When the California Privacy Rights Act (CPRA) was enacted, it created the California Privacy Protection Agency (CPPA) and delegated to the CPPA significant regulatory authority. One of the areas of that authority is cybersecurity, which includes performing cybersecurity audits annually. On September 8, 2023, the CPPA considered a draft set of regulations that would establish rules for conducting cybersecurity audits.

It is important to note that California currently mandates certain businesses to maintain reasonable security procedures and practices to protect personal information.

  • Civil Code Section 1798.100(e), under the CCPA, provides:

A business that collects a consumer’s personal information shall implement reasonable security procedures and practices appropriate to the nature of the personal information to protect the personal information from unauthorized or illegal access, destruction, use, modification, or disclosure in accordance with Section 1798.81.5.

  • Civil Code Section 1798.81.5, provides:

(b) A business that owns, licenses, or maintains personal information3 about a California resident shall implement and maintain reasonable security procedures and practices appropriate to the nature of the information, to protect the personal information from unauthorized access, destruction, use, modification, or disclosure.

(c) A business that discloses personal information about a California resident pursuant to a contract with a nonaffiliated third party that is not subject to subdivision (b) shall require by contract that the third  party implement and maintain reasonable security procedures and practices appropriate to the nature of the information, to protect the personal information from unauthorized access, destruction, use, modification or disclosure

A couple of observations about these provisions:

  • Section 1798.100 which is part of the CCPA, applies to “businesses” that are subject to the CCPA. Section 1798.80(a) defines “business” more broadly to include “a sole proprietorship, partnership, corporation, association, or other group, however organized and whether or not organized to operate at a profit.” For example, while the CCPA generally applies to for-profit entities, this section of the Civil Code applies to businesses whether or not organized for profit.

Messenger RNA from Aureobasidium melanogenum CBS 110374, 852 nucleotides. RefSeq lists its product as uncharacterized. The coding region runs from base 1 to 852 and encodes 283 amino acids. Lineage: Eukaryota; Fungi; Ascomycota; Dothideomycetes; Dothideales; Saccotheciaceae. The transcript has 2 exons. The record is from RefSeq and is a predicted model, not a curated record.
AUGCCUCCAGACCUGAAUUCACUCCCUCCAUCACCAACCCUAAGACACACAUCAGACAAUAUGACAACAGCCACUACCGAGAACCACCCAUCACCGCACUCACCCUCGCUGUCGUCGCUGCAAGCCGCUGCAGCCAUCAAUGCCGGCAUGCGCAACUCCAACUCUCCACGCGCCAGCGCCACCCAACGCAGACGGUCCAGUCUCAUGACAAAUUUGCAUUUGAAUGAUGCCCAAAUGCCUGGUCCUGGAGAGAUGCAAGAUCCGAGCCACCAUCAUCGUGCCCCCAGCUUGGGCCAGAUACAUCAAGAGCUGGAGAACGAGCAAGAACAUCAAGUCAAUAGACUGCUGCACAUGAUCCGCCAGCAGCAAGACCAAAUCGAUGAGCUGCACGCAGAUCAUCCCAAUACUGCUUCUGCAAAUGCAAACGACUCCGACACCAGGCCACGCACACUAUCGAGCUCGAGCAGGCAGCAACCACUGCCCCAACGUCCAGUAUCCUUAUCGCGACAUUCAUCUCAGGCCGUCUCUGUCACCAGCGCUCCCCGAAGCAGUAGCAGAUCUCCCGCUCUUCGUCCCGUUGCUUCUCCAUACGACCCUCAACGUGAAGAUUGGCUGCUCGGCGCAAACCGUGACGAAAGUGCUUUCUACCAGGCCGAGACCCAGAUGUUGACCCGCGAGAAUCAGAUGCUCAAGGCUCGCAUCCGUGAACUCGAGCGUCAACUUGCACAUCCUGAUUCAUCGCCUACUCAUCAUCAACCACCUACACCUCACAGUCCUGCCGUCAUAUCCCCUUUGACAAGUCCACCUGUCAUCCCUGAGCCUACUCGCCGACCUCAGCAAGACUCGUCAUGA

• As the CPPA begins to establish regulations around a set of personal information for one set of “businesses,” those covered under the CCPA, there is also guidance in California for businesses covered by Civil Code Section 1798.81.5 which includes audit requirements as well. In February 2016, the then-California Attorney General and now Vice President, Kamala D. Harris, issued a California Data Breach Report. According to that report, a business’s failure to implement all of the controls set forth in the Center for Internet Security’s Critical Security Controls constitutes a lack of reasonable security. Of course, the CCPA appears to incorporate the requirements of Civil Code Section 1798.81.5. Nonetheless, businesses will need to figure out which cybersecurity standard applies to them.

So, what do the draft CCPA cybersecurity audit regulations say? Here is a summary of just some of the proposed requirements for such audits:

  • The requirement for a covered business to complete the audit will be based on whether the business’s processing of personal information presents a significant risk to consumers’ security. The draft regulations are beginning to craft the factors for determining when there will be a significant risk. One factor that would trigger the audit requirement is that the business derives 50 percent or more of its annual revenues from selling or sharing consumers’ personal information. However, the CPPA is considering other factors, such as the business having more than a to-be-determined amount of gross revenue or number of employees.